Which CG applications support Apple’s new M1 chips?
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Apple announced its new M1 chip earlier this week during its livestream. You can see some of the CG applications that will support the new Mac processors starting at 5:30 p.m. in the video above, and see a full list below.

CG software developers have started to announce support for Apple's M1 chip, the company's first Apple silicon processor, scheduled to ship next week in the new MacBook Pro, MacBook Air, and Mac mini systems.

Animation, post-production and design applications already compatible with the M1 chips include Maxon's Cinema 4D, DaVinci Resolve from Blackmagic Design, and Affinity Photo, designer and publisher from Serif.

An M1-compatible version of Otoys Octane X renderer will be available "along with the new Macs". Apple announced that Adobe will support the M1 in Lightroom next month and Photoshop next year.

The first Apple silicon chip promises the fastest integrated graphics in the world.
The M1 is the first of the new Apple Silicon processors: the new ARM-based SoCs that are replacing Intel processors in the company's laptops and desktop Macs.

It has both an 8-core CPU and integrated graphics and will be available in Apple's new 13-inch MacBook Pro, new MacBook Air, and Mac mini, all of which will ship "next week."

Apple claims it has "the world's fastest integrated graphics in a personal computer" and the "world's best CPU performance per watt".

There are some caveats on how this will affect serious CG work that we'll cover at the end of this story, but first, what CG applications actually support the M1 chip at startup?

Stable buildings

Not surprisingly, Apple supports the M1 in its own software including the editing tool Final Cut ProIts website states, "Every app that comes with a Mac and every Apple app is optimized for the M1."

Maxon was quick out of the gate and touted 4D cinema as "the first professional 3D animation tool for the new Macs". Cinema 4D R23 SP1 is available now and is a free update for existing users.

Maxon also supports the M1 in version 23 of Cinebench, its free CPU benchmarking tool.

Serif supports the M1 chip in version 1.8.6 of its Affinity Tools: image editing app Affinity photo, Vector design software Affinity Designer and desktop publishing system Affinity Publisher.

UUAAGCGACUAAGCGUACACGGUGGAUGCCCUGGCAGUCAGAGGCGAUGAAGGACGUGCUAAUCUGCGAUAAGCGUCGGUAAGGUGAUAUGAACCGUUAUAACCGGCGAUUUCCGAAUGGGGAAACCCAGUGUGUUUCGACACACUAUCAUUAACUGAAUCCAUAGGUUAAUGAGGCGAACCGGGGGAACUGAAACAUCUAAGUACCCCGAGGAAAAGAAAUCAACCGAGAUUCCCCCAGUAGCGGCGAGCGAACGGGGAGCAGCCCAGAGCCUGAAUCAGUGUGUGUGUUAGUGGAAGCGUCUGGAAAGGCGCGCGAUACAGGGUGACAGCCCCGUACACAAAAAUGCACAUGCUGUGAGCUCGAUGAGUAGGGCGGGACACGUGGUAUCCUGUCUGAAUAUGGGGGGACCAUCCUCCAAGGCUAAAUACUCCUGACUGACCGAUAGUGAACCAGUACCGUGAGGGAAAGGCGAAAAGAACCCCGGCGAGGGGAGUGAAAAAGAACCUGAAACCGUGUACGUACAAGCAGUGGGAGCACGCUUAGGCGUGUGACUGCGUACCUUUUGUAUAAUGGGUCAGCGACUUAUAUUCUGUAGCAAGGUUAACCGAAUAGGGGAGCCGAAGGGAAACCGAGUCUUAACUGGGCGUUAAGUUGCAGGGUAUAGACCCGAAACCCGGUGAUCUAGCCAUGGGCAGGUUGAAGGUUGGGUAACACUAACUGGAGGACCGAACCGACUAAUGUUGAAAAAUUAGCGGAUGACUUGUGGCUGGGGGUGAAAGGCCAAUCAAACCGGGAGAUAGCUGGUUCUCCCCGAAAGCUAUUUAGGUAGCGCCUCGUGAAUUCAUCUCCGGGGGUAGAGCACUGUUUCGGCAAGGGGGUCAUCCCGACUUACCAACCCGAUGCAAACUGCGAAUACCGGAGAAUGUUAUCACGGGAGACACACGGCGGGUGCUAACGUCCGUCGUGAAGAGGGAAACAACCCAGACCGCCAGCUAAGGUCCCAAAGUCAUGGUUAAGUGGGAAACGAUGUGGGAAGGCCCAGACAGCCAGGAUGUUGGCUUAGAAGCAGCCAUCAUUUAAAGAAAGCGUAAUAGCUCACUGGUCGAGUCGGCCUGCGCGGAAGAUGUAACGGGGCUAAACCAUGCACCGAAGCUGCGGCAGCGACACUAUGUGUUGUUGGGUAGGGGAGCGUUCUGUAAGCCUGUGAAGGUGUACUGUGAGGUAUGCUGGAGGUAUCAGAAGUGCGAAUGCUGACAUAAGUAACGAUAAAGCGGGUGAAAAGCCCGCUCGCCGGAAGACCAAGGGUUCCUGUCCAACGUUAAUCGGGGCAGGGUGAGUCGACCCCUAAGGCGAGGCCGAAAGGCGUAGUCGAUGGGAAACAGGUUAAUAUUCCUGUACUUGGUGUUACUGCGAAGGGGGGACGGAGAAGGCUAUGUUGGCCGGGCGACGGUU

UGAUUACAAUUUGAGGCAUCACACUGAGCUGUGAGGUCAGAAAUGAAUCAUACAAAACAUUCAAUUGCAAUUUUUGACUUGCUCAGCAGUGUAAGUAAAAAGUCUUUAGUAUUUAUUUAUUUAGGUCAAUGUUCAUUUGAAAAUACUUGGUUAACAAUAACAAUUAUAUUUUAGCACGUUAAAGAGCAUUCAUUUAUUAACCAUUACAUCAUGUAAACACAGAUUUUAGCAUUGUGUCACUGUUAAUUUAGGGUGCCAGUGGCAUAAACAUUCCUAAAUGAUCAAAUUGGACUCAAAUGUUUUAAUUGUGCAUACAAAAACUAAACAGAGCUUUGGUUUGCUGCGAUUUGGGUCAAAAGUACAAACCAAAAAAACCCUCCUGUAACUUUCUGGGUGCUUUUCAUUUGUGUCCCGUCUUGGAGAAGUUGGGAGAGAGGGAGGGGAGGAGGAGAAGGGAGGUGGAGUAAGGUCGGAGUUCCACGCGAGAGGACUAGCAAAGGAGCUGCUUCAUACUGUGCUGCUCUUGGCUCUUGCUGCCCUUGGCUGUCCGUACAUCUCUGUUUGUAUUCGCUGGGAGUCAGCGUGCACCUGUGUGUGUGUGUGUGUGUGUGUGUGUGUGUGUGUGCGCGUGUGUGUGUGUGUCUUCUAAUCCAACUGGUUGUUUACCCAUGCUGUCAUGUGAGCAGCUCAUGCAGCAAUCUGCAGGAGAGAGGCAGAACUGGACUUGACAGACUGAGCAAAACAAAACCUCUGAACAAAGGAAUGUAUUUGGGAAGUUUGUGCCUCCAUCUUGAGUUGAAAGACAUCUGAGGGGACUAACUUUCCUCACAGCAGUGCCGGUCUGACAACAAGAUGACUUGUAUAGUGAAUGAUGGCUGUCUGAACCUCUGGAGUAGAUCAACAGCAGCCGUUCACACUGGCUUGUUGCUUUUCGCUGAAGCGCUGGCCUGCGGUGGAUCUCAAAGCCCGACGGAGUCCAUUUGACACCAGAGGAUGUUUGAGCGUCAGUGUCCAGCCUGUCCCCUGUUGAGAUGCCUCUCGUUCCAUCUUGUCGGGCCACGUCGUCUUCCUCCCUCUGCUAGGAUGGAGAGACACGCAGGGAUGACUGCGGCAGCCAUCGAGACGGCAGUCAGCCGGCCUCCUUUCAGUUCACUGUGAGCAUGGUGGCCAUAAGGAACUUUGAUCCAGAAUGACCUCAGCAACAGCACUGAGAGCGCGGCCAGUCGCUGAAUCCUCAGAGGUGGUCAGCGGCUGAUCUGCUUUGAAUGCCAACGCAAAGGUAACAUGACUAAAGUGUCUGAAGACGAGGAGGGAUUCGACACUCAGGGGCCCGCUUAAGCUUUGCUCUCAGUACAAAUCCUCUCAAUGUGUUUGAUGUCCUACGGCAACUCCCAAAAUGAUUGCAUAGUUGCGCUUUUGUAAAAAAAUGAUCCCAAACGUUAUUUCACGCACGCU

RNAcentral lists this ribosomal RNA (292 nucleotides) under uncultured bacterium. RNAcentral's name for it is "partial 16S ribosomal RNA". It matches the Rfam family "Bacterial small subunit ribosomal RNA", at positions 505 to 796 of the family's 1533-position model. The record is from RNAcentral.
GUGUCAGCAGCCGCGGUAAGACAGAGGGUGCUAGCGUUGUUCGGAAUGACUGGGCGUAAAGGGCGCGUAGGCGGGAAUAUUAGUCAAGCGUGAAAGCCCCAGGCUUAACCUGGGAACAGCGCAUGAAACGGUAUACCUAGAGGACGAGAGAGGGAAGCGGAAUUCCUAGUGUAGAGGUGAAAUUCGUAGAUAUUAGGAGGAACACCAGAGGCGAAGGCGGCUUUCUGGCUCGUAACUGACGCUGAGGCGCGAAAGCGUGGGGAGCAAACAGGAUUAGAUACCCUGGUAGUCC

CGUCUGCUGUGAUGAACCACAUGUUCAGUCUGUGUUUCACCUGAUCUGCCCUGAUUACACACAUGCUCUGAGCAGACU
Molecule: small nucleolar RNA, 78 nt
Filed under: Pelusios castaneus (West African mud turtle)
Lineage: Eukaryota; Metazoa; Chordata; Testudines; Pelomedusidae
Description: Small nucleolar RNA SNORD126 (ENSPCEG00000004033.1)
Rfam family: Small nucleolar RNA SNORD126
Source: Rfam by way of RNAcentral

All three updates are available from time to time and are free to existing users.

Beta builds

Blackmagic Design
Blackmagic Design has also released an M1 compatible version of DaVinci Resolve, its color correction and editing software, the basic version of which is free.

DaVinci Resolve 17.1 is officially still in beta, although that's not because of the new chip: Version 17.0 itself didn't ship in beta earlier this week after Blackmagic's usual release cycle.

Otoy announced in a tweet that it will have an M1 compatible version of Octane X., the new metal-native version of OctaneRender, its GPU renderer.

It will be available "with the new Apple Silicon Macs," although there is no specific release date. Here, too, the software is still in beta.

Unity Technologies also supports the M1 GPU in their unit Game engine.

The corresponding version, Unity 2020.2, is back in beta and Unity has confirmed that the M1 is currently only supported by the Unity player and not the Unity editor itself.

Come later

Adobe will support the M1 in at least part of its software, but not at launch.

Apple announced during its livestream that the new version of Light space capable of running on Apple Silicon hardware, will ship "next month" with a compatible version of Photoshop "At the beginning of next year" will follow.

Although Adobe also featured Autodesk software in its livestreams – Fusion 360 this week and Maya in its original Apple Silicon announcement – it wasn't for native M1 support.

Both were cited as examples of how applications could run on the new Macs through Rosetta, Apple's new translation environment. At the time of writing, there is no news about native versions.

A note of caution
It's also worth noting that as the processor being introduced in laptops and consumer desktops, the M1 isn't necessarily the Apple Silicon chip best suited for hardcore CG work.

First, according to the major tech news sites, the RAM is limited to 16GB shared by the CPU and graphics.

Second, the M1's built-in graphics are the only GPU computing feature available on the new Macs. Since they don't support eGPUs there is no way to extend this.

The footnotes to Apple's announcement that the M1 has the "world's fastest integrated graphics in a PC" are also pretty vague.

They note that the claim is based on "selected industry standard benchmarks" comparing the M1 to "high-performance CPUs" but do not provide any further details.

So far, the only independent tests have used general computer benchmarks such as GeekBench. So it will be interesting to see how this affects CG apps when the new machines ship next week.

Read Apple's official announcement about the new M1 chip

Did we miss applications? Let us know in the comments and we'll add them to the list.

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